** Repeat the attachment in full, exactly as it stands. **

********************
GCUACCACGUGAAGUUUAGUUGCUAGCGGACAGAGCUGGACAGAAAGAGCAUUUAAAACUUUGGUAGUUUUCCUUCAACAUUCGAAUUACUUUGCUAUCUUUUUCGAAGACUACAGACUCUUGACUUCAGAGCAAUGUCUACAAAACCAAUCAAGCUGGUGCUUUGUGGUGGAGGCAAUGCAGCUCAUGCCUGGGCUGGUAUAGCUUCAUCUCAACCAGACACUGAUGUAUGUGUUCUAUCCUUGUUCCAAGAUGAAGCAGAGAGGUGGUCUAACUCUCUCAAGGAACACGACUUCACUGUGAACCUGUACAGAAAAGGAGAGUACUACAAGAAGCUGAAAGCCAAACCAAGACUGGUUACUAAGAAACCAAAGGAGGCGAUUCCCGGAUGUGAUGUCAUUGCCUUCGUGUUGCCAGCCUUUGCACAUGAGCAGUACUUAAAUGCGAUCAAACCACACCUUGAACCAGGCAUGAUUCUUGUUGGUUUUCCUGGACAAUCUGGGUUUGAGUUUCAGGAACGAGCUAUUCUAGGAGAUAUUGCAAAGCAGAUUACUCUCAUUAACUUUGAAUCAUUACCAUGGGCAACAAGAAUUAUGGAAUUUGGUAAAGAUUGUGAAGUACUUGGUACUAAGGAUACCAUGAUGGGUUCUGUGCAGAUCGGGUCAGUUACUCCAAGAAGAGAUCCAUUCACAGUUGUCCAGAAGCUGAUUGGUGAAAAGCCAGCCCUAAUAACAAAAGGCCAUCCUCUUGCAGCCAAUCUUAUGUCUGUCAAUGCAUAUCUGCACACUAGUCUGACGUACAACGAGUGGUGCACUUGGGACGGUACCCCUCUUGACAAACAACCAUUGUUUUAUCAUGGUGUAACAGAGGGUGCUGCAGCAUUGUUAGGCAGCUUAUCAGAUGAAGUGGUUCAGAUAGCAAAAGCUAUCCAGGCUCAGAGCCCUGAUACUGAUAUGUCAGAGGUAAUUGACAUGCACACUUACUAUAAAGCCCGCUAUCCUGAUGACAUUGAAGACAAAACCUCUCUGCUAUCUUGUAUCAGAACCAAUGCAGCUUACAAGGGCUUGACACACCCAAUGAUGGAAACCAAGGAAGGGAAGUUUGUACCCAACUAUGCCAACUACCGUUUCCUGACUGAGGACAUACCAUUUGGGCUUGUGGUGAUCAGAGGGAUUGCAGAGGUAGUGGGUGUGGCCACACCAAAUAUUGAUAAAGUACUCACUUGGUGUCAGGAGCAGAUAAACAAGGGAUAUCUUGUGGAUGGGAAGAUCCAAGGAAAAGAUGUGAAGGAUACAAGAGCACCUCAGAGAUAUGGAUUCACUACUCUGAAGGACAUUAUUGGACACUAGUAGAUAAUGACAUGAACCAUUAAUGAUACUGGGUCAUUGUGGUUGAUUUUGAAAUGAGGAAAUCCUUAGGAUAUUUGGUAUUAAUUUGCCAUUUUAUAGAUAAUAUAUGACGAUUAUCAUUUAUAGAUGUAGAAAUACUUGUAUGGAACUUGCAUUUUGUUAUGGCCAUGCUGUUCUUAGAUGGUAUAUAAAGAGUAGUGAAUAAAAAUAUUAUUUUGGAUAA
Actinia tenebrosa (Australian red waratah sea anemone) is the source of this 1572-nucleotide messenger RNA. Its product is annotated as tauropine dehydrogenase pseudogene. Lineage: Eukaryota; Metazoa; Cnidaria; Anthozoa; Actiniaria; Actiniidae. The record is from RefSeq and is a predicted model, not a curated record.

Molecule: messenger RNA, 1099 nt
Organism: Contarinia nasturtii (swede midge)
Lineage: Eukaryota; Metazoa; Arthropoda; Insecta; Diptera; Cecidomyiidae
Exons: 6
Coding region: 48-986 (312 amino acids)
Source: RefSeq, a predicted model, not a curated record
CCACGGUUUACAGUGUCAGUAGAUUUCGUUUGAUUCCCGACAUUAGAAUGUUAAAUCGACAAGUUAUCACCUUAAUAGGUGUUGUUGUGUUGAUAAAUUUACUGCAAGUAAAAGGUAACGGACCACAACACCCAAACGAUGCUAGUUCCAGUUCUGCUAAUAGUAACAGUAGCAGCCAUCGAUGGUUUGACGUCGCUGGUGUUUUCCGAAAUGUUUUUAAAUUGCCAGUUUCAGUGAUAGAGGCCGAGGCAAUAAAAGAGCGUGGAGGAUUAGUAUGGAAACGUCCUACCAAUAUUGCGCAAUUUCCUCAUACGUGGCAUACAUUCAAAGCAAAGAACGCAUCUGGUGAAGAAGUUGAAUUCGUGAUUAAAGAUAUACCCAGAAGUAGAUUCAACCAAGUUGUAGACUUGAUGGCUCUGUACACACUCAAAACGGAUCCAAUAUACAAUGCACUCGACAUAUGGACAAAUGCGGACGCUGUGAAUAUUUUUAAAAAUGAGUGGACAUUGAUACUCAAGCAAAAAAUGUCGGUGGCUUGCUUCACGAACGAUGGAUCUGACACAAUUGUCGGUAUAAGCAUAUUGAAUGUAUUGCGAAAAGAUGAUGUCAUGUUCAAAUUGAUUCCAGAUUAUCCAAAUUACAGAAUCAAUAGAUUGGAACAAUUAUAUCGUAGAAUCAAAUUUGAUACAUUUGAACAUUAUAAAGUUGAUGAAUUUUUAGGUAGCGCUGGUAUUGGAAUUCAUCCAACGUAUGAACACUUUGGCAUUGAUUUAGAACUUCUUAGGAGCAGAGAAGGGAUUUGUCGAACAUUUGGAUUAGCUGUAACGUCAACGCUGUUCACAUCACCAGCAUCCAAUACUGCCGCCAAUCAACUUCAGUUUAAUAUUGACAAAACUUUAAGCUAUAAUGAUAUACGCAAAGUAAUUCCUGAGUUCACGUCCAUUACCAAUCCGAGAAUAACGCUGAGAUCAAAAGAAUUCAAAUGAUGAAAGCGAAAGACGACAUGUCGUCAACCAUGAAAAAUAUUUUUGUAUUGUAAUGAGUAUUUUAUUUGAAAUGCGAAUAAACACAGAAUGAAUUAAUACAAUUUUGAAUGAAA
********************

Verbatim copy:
GCUACCACGUGAAGUUUAGUUGCUAGCGGACAGAGCUGGACAGAAAGAGCAUUUAAAACUUUGGUAGUUUUCCUUCAACAUUCGAAUUACUUUGCUAUCUUUUUCGAAGACUACAGACUCUUGACUUCAGAGCAAUGUCUACAAAACCAAUCAAGCUGGUGCUUUGUGGUGGAGGCAAUGCAGCUCAUGCCUGGGCUGGUAUAGCUUCAUCUCAACCAGACACUGAUGUAUGUGUUCUAUCCUUGUUCCAAGAUGAAGCAGAGAGGUGGUCUAACUCUCUCAAGGAACACGACUUCACUGUGAACCUGUACAGAAAAGGAGAGUACUACAAGAAGCUGAAAGCCAAACCAAGACUGGUUACUAAGAAACCAAAGGAGGCGAUUCCCGGAUGUGAUGUCAUUGCCUUCGUGUUGCCAGCCUUUGCACAUGAGCAGUACUUAAAUGCGAUCAAACCACACCUUGAACCAGGCAUGAUUCUUGUUGGUUUUCCUGGACAAUCUGGGUUUGAGUUUCAGGAACGAGCUAUUCUAGGAGAUAUUGCAAAGCAGAUUACUCUCAUUAACUUUGAAUCAUUACCAUGGGCAACAAGAAUUAUGGAAUUUGGUAAAGAUUGUGAAGUACUUGGUACUAAGGAUACCAUGAUGGGUUCUGUGCAGAUCGGGUCAGUUACUCCAAGAAGAGAUCCAUUCACAGUUGUCCAGAAGCUGAUUGGUGAAAAGCCAGCCCUAAUAACAAAAGGCCAUCCUCUUGCAGCCAAUCUUAUGUCUGUCAAUGCAUAUCUGCACACUAGUCUGACGUACAACGAGUGGUGCACUUGGGACGGUACCCCUCUUGACAAACAACCAUUGUUUUAUCAUGGUGUAACAGAGGGUGCUGCAGCAUUGUUAGGCAGCUUAUCAGAUGAAGUGGUUCAGAUAGCAAAAGCUAUCCAGGCUCAGAGCCCUGAUACUGAUAUGUCAGAGGUAAUUGACAUGCACACUUACUAUAAAGCCCGCUAUCCUGAUGACAUUGAAGACAAAACCUCUCUGCUAUCUUGUAUCAGAACCAAUGCAGCUUACAAGGGCUUGACACACCCAAUGAUGGAAACCAAGGAAGGGAAGUUUGUACCCAACUAUGCCAACUACCGUUUCCUGACUGAGGACAUACCAUUUGGGCUUGUGGUGAUCAGAGGGAUUGCAGAGGUAGUGGGUGUGGCCACACCAAAUAUUGAUAAAGUACUCACUUGGUGUCAGGAGCAGAUAAACAAGGGAUAUCUUGUGGAUGGGAAGAUCCAAGGAAAAGAUGUGAAGGAUACAAGAGCACCUCAGAGAUAUGGAUUCACUACUCUGAAGGACAUUAUUGGACACUAGUAGAUAAUGACAUGAACCAUUAAUGAUACUGGGUCAUUGUGGUUGAUUUUGAAAUGAGGAAAUCCUUAGGAUAUUUGGUAUUAAUUUGCCAUUUUAUAGAUAAUAUAUGACGAUUAUCAUUUAUAGAUGUAGAAAUACUUGUAUGGAACUUGCAUUUUGUUAUGGCCAUGCUGUUCUUAGAUGGUAUAUAAAGAGUAGUGAAUAAAAAUAUUAUUUUGGAUAA
Actinia tenebrosa (Australian red waratah sea anemone) is the source of this 1572-nucleotide messenger RNA. Its product is annotated as tauropine dehydrogenase pseudogene. Lineage: Eukaryota; Metazoa; Cnidaria; Anthozoa; Actiniaria; Actiniidae. The record is from RefSeq and is a predicted model, not a curated record.

Molecule: messenger RNA, 1099 nt
Organism: Contarinia nasturtii (swede midge)
Lineage: Eukaryota; Metazoa; Arthropoda; Insecta; Diptera; Cecidomyiidae
Exons: 6
Coding region: 48-986 (312 amino acids)
Source: RefSeq, a predicted model, not a curated record
CCACGGUUUACAGUGUCAGUAGAUUUCGUUUGAUUCCCGACAUUAGAAUGUUAAAUCGACAAGUUAUCACCUUAAUAGGUGUUGUUGUGUUGAUAAAUUUACUGCAAGUAAAAGGUAACGGACCACAACACCCAAACGAUGCUAGUUCCAGUUCUGCUAAUAGUAACAGUAGCAGCCAUCGAUGGUUUGACGUCGCUGGUGUUUUCCGAAAUGUUUUUAAAUUGCCAGUUUCAGUGAUAGAGGCCGAGGCAAUAAAAGAGCGUGGAGGAUUAGUAUGGAAACGUCCUACCAAUAUUGCGCAAUUUCCUCAUACGUGGCAUACAUUCAAAGCAAAGAACGCAUCUGGUGAAGAAGUUGAAUUCGUGAUUAAAGAUAUACCCAGAAGUAGAUUCAACCAAGUUGUAGACUUGAUGGCUCUGUACACACUCAAAACGGAUCCAAUAUACAAUGCACUCGACAUAUGGACAAAUGCGGACGCUGUGAAUAUUUUUAAAAAUGAGUGGACAUUGAUACUCAAGCAAAAAAUGUCGGUGGCUUGCUUCACGAACGAUGGAUCUGACACAAUUGUCGGUAUAAGCAUAUUGAAUGUAUUGCGAAAAGAUGAUGUCAUGUUCAAAUUGAUUCCAGAUUAUCCAAAUUACAGAAUCAAUAGAUUGGAACAAUUAUAUCGUAGAAUCAAAUUUGAUACAUUUGAACAUUAUAAAGUUGAUGAAUUUUUAGGUAGCGCUGGUAUUGGAAUUCAUCCAACGUAUGAACACUUUGGCAUUGAUUUAGAACUUCUUAGGAGCAGAGAAGGGAUUUGUCGAACAUUUGGAUUAGCUGUAACGUCAACGCUGUUCACAUCACCAGCAUCCAAUACUGCCGCCAAUCAACUUCAGUUUAAUAUUGACAAAACUUUAAGCUAUAAUGAUAUACGCAAAGUAAUUCCUGAGUUCACGUCCAUUACCAAUCCGAGAAUAACGCUGAGAUCAAAAGAAUUCAAAUGAUGAAAGCGAAAGACGACAUGUCGUCAACCAUGAAAAAUAUUUUUGUAUUGUAAUGAGUAUUUUAUUUGAAAUGCGAAUAAACACAGAAUGAAUUAAUACAAUUUUGAAUGAAA